POINT PLEASANT BEACH – Making his way down from the stands at Point Pleasant Beach High School Monday afternoon, the junior varsity game still playing out on the court, Nazreon Reid slipped the headphones down around his neck and pondered his situation.
“I try not to pay attention to all the hype and the pressure,” he said, dipping his head slightly to allow his 6-9 frame to slip through the door.
If he is actually managing to tune out all the noise it would rank as the latest amazing feat for the 14-year-old Asbury Park native, and the only one not chronicled on YouTube.
Because when the heralded freshman takes the court for the first time Friday night, as he and his Roselle Catholic teammates open the season at home against Plainfield, the buzz will be deafening.
Don’t believe it?
Well, consider that Reid is ranked by some as the top big man nationally in the Class of 2018, having already picked up eight scholarship offers, including Connecticut and Virginia, with Kansas poised to join that group.
In October, Reid was in Colorado Spring, Colo. at the request of USA Basketball to participate in a developmental camp for the country’s top young players, his AAU team having reached the national championship game the past two years.
Then there’s spotlight aimed at Roselle Catholic, ranked No. 5 in the USA Today Super 25.
In addition to the Lions’ national schedule, highlighted by a Feb. 13 showdown with top-ranked Montverde (Fla.) Academy at Kean University, they’ll be banging against the Union County elite, including St. Patrick’s, St. Joseph’s (Metuchen), Linden, Union and Elizabeth.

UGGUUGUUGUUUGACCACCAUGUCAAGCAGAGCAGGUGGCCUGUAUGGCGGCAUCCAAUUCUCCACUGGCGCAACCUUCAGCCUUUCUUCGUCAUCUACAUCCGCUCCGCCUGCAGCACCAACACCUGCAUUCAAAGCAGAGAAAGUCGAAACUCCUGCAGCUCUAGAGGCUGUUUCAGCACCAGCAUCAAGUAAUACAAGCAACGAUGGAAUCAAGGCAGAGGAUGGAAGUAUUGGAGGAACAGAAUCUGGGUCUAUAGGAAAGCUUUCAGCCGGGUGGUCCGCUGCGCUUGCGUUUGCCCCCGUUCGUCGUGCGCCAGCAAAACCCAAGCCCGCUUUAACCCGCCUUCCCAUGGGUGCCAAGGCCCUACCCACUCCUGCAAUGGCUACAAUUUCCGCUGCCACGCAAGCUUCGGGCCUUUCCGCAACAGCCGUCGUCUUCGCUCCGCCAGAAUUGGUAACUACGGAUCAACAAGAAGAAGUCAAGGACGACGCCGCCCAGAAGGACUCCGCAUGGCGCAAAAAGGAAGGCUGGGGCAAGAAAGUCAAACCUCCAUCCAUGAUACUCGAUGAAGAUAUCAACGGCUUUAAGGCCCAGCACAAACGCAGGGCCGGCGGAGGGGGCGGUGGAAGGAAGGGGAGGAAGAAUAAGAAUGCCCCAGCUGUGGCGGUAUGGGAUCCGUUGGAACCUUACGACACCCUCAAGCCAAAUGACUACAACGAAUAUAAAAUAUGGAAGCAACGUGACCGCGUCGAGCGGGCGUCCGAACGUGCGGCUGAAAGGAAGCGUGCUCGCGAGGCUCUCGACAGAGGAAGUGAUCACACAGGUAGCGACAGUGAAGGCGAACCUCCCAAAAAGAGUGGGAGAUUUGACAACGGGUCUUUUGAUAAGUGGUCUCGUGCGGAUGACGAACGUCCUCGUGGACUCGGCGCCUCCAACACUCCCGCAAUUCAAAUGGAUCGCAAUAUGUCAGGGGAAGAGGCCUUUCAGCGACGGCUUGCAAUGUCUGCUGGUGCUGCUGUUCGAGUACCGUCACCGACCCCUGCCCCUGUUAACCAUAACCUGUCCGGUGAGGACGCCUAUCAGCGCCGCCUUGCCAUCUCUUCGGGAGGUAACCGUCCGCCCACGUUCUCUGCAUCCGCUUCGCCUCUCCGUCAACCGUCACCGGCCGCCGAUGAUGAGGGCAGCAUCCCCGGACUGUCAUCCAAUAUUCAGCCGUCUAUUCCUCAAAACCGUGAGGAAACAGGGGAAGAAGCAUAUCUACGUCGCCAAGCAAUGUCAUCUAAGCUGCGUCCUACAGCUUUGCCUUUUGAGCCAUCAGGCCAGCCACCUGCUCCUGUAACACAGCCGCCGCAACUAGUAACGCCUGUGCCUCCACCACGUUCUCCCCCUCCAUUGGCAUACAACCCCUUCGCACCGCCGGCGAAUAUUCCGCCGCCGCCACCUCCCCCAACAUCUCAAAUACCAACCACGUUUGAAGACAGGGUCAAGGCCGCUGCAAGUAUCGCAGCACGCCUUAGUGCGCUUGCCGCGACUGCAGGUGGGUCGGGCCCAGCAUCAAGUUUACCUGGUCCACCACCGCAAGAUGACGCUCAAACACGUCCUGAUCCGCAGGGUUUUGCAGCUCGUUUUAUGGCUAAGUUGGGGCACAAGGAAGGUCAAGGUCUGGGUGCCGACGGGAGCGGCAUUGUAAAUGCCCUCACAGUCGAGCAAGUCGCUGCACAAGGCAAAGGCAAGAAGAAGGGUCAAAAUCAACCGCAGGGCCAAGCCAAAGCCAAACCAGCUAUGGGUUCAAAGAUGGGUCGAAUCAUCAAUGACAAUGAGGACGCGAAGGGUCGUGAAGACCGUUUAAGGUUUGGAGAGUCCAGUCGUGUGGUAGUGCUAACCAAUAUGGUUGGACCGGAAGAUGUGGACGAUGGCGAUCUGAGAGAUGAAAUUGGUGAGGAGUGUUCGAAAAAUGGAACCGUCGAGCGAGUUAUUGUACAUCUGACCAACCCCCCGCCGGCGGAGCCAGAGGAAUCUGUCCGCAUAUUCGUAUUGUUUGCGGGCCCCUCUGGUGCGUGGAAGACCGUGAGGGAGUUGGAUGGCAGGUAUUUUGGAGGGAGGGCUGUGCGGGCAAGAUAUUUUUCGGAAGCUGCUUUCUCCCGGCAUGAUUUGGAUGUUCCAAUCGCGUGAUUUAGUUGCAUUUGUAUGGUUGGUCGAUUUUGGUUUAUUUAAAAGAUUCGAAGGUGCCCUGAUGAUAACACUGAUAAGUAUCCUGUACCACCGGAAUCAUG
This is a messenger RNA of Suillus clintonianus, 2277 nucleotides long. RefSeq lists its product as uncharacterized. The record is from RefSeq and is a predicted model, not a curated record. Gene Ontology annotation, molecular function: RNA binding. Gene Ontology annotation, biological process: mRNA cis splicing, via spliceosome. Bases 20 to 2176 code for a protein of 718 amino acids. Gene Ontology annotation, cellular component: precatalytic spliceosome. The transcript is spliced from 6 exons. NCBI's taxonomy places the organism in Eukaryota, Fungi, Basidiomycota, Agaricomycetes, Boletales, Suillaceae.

All the while, Reid will be surrounded by top players, including Isaiah Brisco (Kentucky), Chris Silva (South Carolina) and Pierre Sarr (Monmouth), as they look for their second NJSIAA Tournament of Champions title in three years.
The end result is incredible expectations on Reid, which can become unrealistic if not kept in check. In the middle of it all is Roselle Catholic head coach Dave Boff, trying to manage the situation as best he can, while trying to coach an amazing collection of talent.
“I try to have a lot of conversations with him and his family, about understanding the microscope you’re in when you’re a kid like him, especially in a program like ours,” Boff said. “He spends a lot of time with Isaiah Briscoe, speaking to him about what Isaiah has learned about being that high profile of a player. I think that’s been helpful, and that’s probably the guy he spends the most time with.
“There’s also the fact that we’ve been through all this before and have a good idea of what is going to happen, so it’s comforting to the family that there are not going to be a lot of surprises, and that their son is in a safe environment.”
In the Lions’ scrimmage against Point Pleasant Beach, the reigning Shore Conference champions, Reid came off the bench and seemed more inclined to let the game come to him rather than forcing the issue. There’s clearly more defense for him to contend with, at both end of the floor, and he was content to do more passing than shooting.
“I need work on my post game,” Reid admitted. “I’m more of a wing player. But now that I’m in high school I can play the wing and the post so I feel like I have to work on my post skills more than my wing skills.”
“I think he’s adjusting to the high school game well,” Boff noted. “He has found that some of the things he’s gotten away with at the AAU level, or 8th grade level, he cannot get away with at the varsity level. But he’s so smart and his understanding of the game is so good that he’s been able to pick up on those things very quickly.”
It’s universally accepted that Reid is a unique talent, combining size, speed and athleticism with a great shooting touch and feel for the game.
Now it’s about managing all the extraneous stuff so Reid can fulfill his potential. And that process officially begins 7 p.m. Friday night.
Staff writer Stephen Edelson is an Asbury Park Press columnist: firstname.lastname@example.org; Twitter: @SteveEdelsonAPP